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Analysis of a Magpul Windowed Pmag

This is part of the STANAG Magazine Comparison series.

Magpul, best known for its durable polymer AR-15 accessories, introduced the P-Mag (P for Polymer, presumably) some time ago. The latest iteration is the windowed P-Mag, which has a transparent line on the right side through which you may view the ammunition remaining in the magazine.

Parts Compatibility

While the rest of the parts will not interchange with other magazines, the spring will interchange with a standard USGI magazine spring. This is all that is required to rebuild a lawfully held USGI magazine into a Pmag in California.


All of the smaller components. To the right is the follower, which is a very effective anti-tilt design will not fit into other magazines because it's designed for the specially shaped Pmag bodies. To the left is the floorplate assembly, which is in two pieces - on top is the base plate of the magazine, and below is the piece which the spring connects to. Note the oval hole in the base plate and the matching notch in the other piece. The connection between these two pieces is secure without being difficult to remove.

All the parts of the pmag except for the spring. At top left is the dust cover which each pmag comes with. This fits on top of the magazine body, and serves to keep dust and moisture out of the magazine. Immediately below it is the follower, which has both a curved section to trap the top of the magazine spring and a hole to thread the spring through. Also visible is a transparent strip of plastic on the pmag body (bottom part), which is the window the magazines were named after. Notice that the magazine does not go all the way to the top, as a significant part of the magazine is inside of the rifle when in use.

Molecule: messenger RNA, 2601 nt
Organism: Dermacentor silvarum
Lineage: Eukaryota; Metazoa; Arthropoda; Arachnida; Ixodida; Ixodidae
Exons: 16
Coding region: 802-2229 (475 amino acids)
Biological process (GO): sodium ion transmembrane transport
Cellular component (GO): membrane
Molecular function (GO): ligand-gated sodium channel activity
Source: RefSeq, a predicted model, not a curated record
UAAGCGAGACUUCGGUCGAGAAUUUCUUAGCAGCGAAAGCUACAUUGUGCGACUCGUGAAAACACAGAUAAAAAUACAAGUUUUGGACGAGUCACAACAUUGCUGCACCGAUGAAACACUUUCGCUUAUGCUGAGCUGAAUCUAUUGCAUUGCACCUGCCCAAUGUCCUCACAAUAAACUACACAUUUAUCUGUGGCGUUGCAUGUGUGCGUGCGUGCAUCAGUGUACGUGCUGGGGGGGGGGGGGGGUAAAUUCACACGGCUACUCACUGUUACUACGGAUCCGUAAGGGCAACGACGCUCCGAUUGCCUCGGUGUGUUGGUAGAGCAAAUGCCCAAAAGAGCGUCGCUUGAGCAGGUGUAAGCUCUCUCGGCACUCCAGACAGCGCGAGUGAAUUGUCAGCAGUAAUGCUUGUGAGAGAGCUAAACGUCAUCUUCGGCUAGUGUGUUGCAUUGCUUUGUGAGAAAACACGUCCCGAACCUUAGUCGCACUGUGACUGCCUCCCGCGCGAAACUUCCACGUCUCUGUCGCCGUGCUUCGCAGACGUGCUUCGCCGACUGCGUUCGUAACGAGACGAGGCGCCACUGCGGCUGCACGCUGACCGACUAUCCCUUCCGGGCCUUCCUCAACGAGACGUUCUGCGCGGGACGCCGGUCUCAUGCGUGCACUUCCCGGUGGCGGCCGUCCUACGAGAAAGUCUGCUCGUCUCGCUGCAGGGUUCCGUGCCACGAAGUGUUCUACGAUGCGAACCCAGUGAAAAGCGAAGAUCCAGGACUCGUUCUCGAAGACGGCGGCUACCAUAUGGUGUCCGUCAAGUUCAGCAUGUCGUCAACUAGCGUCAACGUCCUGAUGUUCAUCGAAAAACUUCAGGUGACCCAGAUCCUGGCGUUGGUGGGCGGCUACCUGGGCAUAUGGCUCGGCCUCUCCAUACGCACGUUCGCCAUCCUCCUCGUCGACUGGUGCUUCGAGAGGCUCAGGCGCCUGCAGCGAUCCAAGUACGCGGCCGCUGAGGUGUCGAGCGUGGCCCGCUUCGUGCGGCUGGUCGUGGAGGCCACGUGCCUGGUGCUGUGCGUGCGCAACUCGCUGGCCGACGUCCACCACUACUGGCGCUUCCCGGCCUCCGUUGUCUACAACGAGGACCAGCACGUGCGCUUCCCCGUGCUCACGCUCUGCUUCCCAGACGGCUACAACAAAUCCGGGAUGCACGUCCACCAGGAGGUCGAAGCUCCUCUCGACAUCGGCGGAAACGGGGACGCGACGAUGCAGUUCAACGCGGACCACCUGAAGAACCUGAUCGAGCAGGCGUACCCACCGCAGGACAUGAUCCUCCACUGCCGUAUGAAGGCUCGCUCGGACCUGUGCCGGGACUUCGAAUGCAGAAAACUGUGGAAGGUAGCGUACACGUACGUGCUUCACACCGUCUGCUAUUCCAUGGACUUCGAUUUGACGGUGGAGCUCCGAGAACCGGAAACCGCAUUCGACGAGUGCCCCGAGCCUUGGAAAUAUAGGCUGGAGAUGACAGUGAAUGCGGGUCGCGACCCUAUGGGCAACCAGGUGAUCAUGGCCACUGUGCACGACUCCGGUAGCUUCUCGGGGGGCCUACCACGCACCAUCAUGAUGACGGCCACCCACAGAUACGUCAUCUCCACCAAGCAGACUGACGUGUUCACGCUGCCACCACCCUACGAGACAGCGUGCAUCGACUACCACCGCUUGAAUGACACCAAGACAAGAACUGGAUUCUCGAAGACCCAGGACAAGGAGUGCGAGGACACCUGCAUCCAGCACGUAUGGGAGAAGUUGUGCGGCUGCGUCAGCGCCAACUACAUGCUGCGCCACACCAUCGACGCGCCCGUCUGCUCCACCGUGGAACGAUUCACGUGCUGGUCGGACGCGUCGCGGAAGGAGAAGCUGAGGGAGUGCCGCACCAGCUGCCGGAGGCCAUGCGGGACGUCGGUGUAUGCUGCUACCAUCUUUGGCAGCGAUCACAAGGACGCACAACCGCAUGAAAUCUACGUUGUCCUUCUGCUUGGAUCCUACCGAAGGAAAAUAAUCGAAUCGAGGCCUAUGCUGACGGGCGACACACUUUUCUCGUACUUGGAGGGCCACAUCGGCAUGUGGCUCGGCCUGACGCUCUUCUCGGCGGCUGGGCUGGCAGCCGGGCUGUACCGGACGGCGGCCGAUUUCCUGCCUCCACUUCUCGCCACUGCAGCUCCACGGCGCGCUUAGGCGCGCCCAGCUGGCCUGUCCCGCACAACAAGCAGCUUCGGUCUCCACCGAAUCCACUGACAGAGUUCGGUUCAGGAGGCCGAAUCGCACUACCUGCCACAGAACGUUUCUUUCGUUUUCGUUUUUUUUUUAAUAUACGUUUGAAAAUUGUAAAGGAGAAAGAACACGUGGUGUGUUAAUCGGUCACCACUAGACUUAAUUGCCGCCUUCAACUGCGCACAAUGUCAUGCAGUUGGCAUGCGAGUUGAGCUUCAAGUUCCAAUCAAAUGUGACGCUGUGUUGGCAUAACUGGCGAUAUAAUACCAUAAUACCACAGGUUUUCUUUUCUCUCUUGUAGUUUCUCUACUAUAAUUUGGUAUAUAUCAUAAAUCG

The two halves of the floorplate assembly nested together. Note that they appear to be made of two different plastics. Also note the protrusion on the top piece. This is contoured so that it traps the magazine spring.

A view down the top of a Pmag. Note the curvature - this is why so few of the parts from other magazines will interchange with it. Also note that there's a few rough patches where the plastic wasn't fully deburred (right side, inside), but this is strictly a cosmetic issue and should not impede function.

Clipping the dust cover over the top of the magazine. Note that the front of the dust cover hooks into a groove in the front of the mag, and then hinges on towards the rear.

The dust cover, installed. As you can see, it's a very solid fit and should keep just about any dust out of the magazine.

-- SeanNewton - 09 Jun 2011

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Topic revision: r3 - 01 Sep 2011 - SeanNewton
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